SRM is a visualization tool that enables users to see what they have in their storage world from a physical perspective, as well as from a logical perspective, meaning, what is the type of data and who are the causes of those types of data in that environment.

So, the reality is that SRM is not a business - it's a feature to an overall management environment. That is the reason why most of these guys have gotten sold in the last year for $23 million and not $400 million.

Is SRM overblown as a concept?

No, I think it is absolutely dead nuts on. The reason that it wasn't a successful business is that traditional SRM told you you were ugly, but it didn't help you fix yourself. Nobody wants to hear that they're ugly.

But still, SRM was nice to have, but not an absolute necessity. We've migrated the concept of SRM to active SRM or ARM - automated resource management - where not only do I tell you you are ugly, but I give you a nose job if that is what your policy says. That's far more functional and useful.

This brings us into the realm of automation.

You could say that automation is not SRM, that provisioning is not SRM. But you could also make the argument that those are the actions taken based on information derived from fundamental SRM. So, we've sort of expanded our horizon to say, "What are you going to do about me being ugly?"

In the provisioning world, for example, me being ugly is analogous to it taking five different people and 1,000 steps to provision a storage array out to an application. So automating that makes me prettier in that task.

In terms of other elements of automation, an application should understand what its needs and requirements are and be able to eliminate a lot of the manual processes that get in the way of the application. So automation tools, which are kind of the next wave, should be application-dependent, but they should also be able to physically control the infrastructure in an automated fashion that benefits the application.

You're talking about automated storage provisioning, and we are starting to see some product announcements in that area. Is this technology stable and something that you recommend users implement, or would you suggest they wait?

I would not suggest that they wait. The problem with the industry is they try to boil the ocean. You know, we come in and we scared users by saying, "Automate everything," and nobody wants to automate everything because of the emotional issues, because we don't trust APIs.

We want to physically know where we have things and what we don't have, so provisioning is a universal pain in the butt for IT people. They do it all the time, and sometimes it's no more than a collection of Perl scripts executed the same way: How do I create my LUN on a Hitachi box, and get it out and send it to this worldwide name, on this Brocade port, up to this host bus adapter, and create the file system, and create the volume, and all these other things?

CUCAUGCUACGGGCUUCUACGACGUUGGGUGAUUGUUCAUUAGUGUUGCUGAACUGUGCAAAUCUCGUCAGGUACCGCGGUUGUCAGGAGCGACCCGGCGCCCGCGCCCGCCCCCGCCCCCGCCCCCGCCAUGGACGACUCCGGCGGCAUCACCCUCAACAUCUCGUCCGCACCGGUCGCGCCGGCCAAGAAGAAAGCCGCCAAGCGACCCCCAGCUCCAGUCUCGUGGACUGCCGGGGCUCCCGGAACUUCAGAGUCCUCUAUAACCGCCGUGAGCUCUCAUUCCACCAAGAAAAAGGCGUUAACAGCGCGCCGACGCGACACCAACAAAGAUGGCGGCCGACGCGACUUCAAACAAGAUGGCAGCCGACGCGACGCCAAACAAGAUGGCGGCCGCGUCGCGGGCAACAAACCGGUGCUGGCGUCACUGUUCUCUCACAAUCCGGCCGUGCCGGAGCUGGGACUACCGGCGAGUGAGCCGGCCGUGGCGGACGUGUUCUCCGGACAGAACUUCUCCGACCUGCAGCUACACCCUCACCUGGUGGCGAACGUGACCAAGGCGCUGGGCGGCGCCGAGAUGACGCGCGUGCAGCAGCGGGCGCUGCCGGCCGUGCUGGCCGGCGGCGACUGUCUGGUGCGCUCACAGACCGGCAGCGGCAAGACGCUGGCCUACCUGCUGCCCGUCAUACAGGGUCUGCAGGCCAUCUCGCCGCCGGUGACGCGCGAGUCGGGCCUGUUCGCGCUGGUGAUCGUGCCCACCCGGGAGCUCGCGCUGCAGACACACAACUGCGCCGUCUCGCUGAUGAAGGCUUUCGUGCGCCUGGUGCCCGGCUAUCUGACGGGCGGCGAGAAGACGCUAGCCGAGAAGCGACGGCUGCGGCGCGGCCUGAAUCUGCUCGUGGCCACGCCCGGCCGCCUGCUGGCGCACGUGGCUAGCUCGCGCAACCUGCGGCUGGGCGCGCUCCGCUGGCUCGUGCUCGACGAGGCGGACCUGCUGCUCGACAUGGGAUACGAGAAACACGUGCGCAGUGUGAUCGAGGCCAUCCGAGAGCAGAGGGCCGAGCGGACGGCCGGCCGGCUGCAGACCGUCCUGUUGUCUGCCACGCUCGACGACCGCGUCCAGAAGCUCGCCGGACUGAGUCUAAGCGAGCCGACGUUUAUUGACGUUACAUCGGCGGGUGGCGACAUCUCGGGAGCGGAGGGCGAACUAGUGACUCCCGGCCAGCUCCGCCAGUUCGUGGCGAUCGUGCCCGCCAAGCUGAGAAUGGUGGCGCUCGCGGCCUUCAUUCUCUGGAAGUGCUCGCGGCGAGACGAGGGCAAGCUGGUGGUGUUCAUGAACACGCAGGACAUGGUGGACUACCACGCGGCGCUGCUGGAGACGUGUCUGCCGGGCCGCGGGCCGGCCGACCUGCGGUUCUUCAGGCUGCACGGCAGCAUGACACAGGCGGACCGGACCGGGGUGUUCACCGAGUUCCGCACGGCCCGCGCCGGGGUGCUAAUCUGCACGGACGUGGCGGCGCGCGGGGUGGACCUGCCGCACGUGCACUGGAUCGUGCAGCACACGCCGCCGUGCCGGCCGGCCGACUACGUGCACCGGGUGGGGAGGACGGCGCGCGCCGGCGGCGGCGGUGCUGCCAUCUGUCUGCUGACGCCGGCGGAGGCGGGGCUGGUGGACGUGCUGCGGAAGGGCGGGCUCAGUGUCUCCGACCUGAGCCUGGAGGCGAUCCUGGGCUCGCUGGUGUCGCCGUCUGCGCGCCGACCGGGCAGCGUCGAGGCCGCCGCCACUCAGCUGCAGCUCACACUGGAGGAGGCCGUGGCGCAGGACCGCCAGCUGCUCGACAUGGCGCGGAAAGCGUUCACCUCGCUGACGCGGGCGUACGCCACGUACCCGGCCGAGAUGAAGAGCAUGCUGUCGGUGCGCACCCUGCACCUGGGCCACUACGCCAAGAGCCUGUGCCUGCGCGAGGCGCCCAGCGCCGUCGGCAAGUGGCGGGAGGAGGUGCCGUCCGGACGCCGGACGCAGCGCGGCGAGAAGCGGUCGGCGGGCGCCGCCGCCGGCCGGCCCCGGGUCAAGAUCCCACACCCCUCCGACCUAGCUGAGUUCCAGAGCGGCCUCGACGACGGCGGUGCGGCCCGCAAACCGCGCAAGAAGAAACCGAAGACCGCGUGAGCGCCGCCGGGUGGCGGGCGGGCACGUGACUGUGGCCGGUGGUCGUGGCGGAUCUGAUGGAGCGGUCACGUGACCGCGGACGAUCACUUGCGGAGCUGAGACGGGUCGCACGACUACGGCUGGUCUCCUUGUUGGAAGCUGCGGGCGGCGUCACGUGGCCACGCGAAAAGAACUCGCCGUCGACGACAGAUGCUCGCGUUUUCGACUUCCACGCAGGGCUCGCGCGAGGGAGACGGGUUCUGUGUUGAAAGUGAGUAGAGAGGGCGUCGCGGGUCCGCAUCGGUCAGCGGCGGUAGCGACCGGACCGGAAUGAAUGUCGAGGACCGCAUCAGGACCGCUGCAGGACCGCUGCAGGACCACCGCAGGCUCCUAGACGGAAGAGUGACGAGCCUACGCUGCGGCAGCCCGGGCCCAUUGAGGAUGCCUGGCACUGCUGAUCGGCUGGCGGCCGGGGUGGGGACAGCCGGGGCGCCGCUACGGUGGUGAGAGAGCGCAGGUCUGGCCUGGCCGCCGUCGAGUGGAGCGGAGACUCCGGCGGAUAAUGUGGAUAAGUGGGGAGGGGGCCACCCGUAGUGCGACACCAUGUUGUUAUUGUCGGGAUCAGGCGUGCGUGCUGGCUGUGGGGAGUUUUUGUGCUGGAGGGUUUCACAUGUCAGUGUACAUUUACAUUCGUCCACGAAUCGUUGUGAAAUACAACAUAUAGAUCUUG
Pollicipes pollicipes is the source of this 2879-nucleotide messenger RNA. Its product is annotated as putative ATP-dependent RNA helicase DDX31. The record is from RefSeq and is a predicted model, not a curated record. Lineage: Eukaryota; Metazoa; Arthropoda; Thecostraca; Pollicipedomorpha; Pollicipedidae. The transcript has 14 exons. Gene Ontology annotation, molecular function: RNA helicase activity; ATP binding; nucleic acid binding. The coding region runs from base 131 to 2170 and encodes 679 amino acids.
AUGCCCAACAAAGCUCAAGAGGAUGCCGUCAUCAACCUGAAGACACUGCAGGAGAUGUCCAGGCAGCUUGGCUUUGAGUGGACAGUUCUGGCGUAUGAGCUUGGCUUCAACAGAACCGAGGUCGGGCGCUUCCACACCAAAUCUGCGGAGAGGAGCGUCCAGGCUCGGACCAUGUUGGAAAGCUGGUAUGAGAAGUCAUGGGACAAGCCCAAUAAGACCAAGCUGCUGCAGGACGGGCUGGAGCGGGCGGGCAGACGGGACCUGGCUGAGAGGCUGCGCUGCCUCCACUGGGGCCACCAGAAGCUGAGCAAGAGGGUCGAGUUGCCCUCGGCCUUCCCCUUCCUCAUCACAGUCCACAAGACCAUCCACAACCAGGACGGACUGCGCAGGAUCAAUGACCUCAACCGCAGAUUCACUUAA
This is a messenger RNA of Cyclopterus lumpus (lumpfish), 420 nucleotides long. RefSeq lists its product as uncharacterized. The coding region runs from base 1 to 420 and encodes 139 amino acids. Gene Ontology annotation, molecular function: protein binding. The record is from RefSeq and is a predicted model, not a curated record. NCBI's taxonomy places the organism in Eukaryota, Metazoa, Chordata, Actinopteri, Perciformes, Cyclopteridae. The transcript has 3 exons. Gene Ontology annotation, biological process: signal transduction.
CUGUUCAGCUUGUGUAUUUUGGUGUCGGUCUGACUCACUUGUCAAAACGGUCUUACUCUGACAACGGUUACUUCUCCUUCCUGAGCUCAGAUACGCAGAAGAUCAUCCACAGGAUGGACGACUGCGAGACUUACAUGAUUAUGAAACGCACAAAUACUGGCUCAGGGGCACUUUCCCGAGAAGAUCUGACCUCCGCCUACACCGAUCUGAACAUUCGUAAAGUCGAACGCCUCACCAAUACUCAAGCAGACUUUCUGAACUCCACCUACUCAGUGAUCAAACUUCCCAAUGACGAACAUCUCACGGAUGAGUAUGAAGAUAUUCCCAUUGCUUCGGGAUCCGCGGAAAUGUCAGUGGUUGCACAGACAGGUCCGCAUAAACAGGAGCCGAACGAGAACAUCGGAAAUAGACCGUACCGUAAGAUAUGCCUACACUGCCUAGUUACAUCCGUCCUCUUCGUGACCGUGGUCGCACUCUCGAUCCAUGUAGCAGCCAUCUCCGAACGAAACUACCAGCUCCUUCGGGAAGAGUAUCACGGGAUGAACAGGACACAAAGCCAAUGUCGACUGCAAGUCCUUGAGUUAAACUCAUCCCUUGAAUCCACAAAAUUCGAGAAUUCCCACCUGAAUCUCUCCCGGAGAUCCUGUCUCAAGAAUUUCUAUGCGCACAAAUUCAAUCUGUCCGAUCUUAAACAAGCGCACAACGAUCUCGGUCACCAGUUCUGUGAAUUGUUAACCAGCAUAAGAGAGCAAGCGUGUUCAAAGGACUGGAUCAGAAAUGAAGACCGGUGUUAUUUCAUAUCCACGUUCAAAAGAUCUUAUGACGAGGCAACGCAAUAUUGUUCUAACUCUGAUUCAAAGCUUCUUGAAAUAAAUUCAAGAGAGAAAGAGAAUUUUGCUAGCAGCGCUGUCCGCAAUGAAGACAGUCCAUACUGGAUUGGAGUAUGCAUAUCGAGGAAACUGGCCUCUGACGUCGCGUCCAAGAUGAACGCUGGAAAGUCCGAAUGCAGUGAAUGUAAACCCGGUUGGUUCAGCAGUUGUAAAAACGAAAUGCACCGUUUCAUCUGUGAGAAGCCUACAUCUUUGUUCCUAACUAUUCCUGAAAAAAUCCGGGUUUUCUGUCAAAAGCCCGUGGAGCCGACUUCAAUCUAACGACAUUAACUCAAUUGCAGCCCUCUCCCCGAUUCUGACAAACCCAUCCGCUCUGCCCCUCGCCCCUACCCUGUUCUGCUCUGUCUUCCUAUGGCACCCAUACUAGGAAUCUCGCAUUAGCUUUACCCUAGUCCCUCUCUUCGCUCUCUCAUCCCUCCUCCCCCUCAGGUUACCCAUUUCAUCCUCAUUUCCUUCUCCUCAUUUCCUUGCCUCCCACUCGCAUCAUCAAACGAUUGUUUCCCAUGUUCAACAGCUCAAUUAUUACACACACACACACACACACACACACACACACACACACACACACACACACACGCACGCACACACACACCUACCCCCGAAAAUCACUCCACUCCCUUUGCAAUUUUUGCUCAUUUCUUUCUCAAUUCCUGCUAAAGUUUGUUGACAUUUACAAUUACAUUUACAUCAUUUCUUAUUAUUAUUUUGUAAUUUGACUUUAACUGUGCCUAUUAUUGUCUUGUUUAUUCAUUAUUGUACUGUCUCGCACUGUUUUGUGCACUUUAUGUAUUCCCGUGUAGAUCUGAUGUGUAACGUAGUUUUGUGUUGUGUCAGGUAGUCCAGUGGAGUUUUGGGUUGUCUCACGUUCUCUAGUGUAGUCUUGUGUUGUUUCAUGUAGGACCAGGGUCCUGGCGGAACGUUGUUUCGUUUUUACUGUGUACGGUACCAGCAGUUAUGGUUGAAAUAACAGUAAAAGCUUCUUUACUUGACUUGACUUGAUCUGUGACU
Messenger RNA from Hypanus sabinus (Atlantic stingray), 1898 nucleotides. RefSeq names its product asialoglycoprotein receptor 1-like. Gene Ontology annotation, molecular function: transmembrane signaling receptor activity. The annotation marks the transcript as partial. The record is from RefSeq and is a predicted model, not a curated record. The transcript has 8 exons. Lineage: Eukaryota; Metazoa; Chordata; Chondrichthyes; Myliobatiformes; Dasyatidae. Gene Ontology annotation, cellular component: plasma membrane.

That kind of stuff is perfect to automate because it is manual labor of limited value but of maximum negative value. By that I mean it's not strategic to the organization, it's just something that has to be done, but if you screw it up, it has significant negative potential impact.

Policy-based service level SAN management is being talked about quite a bit. What is your opinion of that trend?

Storage management by and large has been an oxymoron. Policies and best practices and procedures are typically only terms actually implemented and used in the very highest end shops, typically around mainframes.

So when you move down to the SAN, which is non-mainframe - it's usually a distributed type of world - anything that has a centralized place to invoke corporate policies and best practices is a good idea.

Whether or not that ultimately means you're going to completely automate all those things, I don't think so. But to have at least a common way to do all these manual tasks is a great idea. If you add a server, then you do this. If you add storage, then you do this. You should end up with a book of best practices or automated policies. A lot of the times, the same management and policy-based stuff is not about what you can do - rather it enforces what you can't do.

For example, you will not touch this other volume. You will not put this under this set of backup criteria, or this set of disaster recovery criteria because it's easier for us to believe that people will screw up than it is to believe they won't. So a lot of these policies are set up to prevent you from doing bad things, as opposed to automating good things.

Let's do a little word association here. I say a word, and you say the first word or words that come to mind. The first word is virtualization.

Stupid.

Vendor lock-in.

Dumber.

Tape backup.

Changing.

Fibre Channel.

Finally.

Storage management.

Money.

If you were king of the storage networking universe, what would be your first decree?

I would decree that everything from an interface perspective will absolutely be standard. Not variably standard, not interpretively standard. There would be one way to connect everything.

Copyright © 2003 IDG Communications, Inc.